I am having a hell of a time writing my final essay for my lit class. I don’t know if it’s because the topic is off in some way, and I am somehow aware that I am writing myself into a hole, or if it’s just that end-of-the-semester feeling — that I just don’t want to do it, because I want to be done. it’s probably both. In any case, I just can’t quite seem to get past the beginning, which my professor has said is good. It’s “off to a very good start,” she wrote on my prospectus. Sigh. What good is a good start with out a better ending? And why can’t I seem to get there?
In the public library near my home, while other kids were reading Ramona or browsing the Judy Blume section, I was leafing through the card catalog to hunt down books about secret codes. I was an only child, and often spent solitary afternoons studying these books, copying out the codes, and writing secret messages. Occasionally I wrote to my best friend Mercy. She liked the idea of getting a letter her older brother couldn’t read, but she was considerably less patient about the fact that she herself had to do some translation to get the letter’s meaning. Most of my secret messages were for my eyes only then, and I imagined that I was a spy. I had been selected by my “superiors” because of my abilities with languages and codes. I would infiltrate enemy territory and succeed because of my fluency in another tongue. I would sneak messages back to my “base” in code. I would be a double agent.
I might not have been able to articulate it back then, but on some level I understood that language could provide a means of escape. Knowing another language, be it a secret code or a foreign tongue, offered the promise of becoming someone new. As I grew older and began to study foreign languages seriously, I saw that each new language was like a cloak. Trying one on was like putting on a new self. A new language was a new identity.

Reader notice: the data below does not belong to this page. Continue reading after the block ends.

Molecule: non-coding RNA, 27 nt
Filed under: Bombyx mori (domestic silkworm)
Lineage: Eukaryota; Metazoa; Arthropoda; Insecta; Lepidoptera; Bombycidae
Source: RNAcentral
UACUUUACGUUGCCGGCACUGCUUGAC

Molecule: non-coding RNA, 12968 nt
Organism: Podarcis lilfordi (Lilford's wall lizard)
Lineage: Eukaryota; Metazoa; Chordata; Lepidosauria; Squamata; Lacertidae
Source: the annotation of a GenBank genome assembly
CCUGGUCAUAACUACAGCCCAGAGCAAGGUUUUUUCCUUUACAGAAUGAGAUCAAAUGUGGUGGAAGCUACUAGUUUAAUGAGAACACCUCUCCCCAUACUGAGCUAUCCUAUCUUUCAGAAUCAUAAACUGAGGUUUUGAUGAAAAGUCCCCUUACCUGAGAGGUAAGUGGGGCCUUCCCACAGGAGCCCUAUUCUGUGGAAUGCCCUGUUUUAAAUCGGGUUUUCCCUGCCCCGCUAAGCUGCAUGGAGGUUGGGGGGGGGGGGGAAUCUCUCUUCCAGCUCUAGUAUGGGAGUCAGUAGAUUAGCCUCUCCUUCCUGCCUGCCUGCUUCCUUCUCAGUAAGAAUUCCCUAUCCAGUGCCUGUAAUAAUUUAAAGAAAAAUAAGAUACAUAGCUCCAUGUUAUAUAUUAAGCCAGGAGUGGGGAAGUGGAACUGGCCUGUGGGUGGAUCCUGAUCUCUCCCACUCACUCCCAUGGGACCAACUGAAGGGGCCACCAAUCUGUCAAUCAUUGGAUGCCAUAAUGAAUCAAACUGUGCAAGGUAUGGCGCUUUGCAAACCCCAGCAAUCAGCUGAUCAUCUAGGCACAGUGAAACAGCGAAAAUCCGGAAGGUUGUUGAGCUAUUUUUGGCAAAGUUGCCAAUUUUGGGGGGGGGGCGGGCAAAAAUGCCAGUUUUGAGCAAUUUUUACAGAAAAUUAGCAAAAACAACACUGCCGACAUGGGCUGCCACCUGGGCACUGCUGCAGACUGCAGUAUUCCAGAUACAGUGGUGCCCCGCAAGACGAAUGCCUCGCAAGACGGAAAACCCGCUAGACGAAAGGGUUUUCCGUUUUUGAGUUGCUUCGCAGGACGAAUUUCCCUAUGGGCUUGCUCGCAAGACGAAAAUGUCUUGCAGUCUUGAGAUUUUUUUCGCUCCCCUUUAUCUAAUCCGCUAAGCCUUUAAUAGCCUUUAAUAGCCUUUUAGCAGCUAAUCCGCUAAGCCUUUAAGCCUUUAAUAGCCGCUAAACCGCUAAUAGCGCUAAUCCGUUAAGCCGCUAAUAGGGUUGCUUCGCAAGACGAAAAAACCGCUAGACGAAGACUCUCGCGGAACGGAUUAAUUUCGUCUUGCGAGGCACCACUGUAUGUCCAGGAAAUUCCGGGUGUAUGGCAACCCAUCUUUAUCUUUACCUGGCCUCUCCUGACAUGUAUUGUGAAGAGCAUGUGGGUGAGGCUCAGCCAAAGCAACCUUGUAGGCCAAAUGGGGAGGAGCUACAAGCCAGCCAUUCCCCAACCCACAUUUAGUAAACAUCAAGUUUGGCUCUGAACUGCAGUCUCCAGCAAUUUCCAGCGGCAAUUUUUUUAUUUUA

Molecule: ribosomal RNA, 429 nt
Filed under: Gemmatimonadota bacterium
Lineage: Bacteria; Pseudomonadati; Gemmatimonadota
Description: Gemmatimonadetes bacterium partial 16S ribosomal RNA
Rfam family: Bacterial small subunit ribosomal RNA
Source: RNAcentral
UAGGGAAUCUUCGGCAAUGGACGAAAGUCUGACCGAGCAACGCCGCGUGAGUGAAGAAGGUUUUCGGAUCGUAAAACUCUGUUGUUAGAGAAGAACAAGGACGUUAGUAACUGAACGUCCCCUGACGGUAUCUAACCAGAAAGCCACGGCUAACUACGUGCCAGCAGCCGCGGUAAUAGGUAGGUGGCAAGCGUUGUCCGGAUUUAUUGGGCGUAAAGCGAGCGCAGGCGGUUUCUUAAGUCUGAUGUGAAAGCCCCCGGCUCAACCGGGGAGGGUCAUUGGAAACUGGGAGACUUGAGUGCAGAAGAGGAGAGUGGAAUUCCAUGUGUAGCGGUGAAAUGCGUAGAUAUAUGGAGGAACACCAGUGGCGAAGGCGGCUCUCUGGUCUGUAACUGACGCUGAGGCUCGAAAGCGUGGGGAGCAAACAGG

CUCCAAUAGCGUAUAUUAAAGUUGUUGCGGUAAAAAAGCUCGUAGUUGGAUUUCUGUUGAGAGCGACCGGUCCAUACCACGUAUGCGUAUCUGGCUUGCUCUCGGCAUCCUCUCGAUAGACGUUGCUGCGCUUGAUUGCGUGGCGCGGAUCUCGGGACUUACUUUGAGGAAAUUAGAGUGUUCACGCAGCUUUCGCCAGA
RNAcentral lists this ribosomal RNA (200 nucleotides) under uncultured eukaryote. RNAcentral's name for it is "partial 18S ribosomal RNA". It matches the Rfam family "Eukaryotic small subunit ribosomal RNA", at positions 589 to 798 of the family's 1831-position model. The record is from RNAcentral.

There. That’s the beginning. I’m going on to talk about my study of Japanese, and why it intrigued me so. How I felt I had two identities, one for each language. The question that seems to be slowing me up is why the need for two? What is it about having two that was so important? What was i trying to escape? Why did I want to be someone else? Why was Japanese able to provide that for me?
Actually, I can answer those questions, I think. It’s the fact that I no longer study Japanese, or use it, or any other language for that matter, that i can’t quite reconcile with this whole theory. That, and the fact that my study of Japanese was intimately tied to my relationships with my Japanese college roommate, my Japanese host sister, and my Japanese professor. The identity thing is, perhaps, secondary to those relationships. But every time I try to include the relationships in the paper, I trip myself up in the writing. The paper becomes an hommage to those women, not the story of my two identities, which is what it is supposed to be about. So I am leaving them out, which doesn’t feel quite like the truth. So I am thinking about putting them in. My Japanese identity allowed for a closeness that produced these relationships, I will say. This is a closeness I felt I was lacking in English, perhaps. Blah, blah, blah.
Eventually, in this manner, page 20 will come to be. At the moment, having been writing for several hours and somehow not having managed to grow the paper past its earlier page 6 state, page 20 seems very far away.